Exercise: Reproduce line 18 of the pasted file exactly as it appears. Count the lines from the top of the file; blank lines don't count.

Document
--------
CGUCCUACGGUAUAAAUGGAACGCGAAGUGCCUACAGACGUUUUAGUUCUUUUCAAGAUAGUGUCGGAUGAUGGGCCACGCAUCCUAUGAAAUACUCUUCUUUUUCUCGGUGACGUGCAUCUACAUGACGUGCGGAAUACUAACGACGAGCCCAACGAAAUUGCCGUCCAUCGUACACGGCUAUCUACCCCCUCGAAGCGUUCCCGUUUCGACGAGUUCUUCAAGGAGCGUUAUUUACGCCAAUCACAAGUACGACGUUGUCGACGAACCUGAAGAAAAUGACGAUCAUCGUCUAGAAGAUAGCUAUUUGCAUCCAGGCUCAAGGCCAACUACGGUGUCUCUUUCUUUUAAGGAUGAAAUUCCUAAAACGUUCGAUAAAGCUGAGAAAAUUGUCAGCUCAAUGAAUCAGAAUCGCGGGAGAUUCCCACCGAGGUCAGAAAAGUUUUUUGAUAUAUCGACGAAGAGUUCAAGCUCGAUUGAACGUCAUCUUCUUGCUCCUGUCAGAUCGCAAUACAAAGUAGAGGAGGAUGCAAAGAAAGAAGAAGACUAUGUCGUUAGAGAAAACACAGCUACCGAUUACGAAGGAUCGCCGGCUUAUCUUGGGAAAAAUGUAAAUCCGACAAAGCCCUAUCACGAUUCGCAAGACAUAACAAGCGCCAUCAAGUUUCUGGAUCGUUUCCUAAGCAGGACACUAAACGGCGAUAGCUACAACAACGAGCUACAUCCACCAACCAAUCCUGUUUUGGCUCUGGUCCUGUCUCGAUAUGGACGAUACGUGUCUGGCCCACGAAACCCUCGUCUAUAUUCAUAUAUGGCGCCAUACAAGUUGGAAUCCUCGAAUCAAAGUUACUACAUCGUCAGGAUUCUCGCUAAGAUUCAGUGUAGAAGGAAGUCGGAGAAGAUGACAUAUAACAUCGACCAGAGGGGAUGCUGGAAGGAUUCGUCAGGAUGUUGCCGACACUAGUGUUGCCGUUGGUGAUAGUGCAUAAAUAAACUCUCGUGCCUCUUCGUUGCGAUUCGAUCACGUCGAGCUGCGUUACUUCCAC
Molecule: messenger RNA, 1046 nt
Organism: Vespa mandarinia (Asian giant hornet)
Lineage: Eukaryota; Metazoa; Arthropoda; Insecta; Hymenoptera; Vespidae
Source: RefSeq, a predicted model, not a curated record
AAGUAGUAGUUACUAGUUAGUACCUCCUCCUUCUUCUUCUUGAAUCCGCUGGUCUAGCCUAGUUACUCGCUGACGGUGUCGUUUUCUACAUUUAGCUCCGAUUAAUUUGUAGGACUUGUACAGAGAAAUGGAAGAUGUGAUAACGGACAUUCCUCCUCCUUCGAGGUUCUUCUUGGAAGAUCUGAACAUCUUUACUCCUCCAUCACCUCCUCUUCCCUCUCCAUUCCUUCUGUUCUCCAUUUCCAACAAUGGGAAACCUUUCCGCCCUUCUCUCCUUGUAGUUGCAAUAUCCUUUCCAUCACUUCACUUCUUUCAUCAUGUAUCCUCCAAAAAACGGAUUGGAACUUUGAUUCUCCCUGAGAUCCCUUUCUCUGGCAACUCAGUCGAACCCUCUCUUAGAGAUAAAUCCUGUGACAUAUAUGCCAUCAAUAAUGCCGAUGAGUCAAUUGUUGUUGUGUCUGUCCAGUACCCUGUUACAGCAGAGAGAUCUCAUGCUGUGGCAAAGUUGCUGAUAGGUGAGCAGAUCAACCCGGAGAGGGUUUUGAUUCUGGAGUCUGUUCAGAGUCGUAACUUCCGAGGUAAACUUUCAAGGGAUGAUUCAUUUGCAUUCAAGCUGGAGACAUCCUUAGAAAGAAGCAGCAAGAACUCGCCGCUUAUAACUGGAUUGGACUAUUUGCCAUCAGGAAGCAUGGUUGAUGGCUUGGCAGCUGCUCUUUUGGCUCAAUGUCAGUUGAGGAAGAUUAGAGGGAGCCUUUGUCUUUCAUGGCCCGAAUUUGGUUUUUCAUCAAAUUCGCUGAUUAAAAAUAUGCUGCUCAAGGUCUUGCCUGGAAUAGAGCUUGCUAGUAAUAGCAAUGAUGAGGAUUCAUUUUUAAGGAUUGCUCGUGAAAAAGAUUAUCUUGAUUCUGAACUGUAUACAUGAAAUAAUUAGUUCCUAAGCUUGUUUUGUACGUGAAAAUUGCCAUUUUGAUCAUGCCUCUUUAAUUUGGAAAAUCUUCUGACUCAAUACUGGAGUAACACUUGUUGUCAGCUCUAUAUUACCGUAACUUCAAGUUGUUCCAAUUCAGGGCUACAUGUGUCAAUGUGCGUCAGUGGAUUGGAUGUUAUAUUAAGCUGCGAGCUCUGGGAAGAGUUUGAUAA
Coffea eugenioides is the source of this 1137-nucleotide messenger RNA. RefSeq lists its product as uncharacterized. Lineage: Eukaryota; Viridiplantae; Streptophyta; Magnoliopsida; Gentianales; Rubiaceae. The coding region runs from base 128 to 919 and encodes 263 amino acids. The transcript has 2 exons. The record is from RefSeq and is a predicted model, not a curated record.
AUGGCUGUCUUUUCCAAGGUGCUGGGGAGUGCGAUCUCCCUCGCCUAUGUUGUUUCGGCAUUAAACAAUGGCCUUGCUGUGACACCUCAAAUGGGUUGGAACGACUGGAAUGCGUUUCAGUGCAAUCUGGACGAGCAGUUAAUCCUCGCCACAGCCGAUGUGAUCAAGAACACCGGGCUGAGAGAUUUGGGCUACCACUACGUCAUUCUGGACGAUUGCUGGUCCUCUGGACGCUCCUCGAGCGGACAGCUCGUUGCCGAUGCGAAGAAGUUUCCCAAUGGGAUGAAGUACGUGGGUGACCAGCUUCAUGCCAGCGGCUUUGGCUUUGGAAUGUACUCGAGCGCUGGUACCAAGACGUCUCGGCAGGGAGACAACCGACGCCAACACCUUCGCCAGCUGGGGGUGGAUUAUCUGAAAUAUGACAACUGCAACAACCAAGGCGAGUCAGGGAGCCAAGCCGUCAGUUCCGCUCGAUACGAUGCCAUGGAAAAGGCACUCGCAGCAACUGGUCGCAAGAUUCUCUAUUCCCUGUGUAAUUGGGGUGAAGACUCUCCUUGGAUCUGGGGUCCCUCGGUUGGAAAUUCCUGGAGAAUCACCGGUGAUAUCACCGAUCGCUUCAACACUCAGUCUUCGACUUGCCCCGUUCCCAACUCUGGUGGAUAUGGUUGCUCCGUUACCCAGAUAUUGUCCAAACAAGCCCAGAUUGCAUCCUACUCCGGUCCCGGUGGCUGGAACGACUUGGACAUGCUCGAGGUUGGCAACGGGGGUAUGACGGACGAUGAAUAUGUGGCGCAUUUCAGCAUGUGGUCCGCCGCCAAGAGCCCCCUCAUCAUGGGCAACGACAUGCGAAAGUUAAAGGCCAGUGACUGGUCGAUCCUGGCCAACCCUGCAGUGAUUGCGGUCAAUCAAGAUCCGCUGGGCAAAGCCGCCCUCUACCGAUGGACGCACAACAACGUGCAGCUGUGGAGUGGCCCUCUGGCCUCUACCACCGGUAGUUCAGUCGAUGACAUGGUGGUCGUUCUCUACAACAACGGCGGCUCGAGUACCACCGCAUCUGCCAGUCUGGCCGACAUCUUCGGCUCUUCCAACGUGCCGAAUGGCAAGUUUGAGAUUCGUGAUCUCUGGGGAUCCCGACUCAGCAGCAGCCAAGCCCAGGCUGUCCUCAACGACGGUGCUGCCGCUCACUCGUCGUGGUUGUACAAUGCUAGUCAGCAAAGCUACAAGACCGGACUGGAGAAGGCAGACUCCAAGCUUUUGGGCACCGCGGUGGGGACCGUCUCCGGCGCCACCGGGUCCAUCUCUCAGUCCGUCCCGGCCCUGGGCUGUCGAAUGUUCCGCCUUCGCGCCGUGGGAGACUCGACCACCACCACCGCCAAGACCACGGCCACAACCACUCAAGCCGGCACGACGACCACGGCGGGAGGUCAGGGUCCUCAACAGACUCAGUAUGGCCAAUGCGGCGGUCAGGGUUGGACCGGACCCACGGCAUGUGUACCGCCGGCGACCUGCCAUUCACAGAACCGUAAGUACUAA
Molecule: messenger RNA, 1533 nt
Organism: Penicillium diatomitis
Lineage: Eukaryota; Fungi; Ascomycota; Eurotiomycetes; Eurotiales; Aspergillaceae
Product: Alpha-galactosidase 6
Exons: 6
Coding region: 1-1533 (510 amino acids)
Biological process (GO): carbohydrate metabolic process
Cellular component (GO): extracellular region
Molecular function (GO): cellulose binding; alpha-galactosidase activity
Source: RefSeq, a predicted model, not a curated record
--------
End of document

Source: RefSeq, a predicted model, not a curated record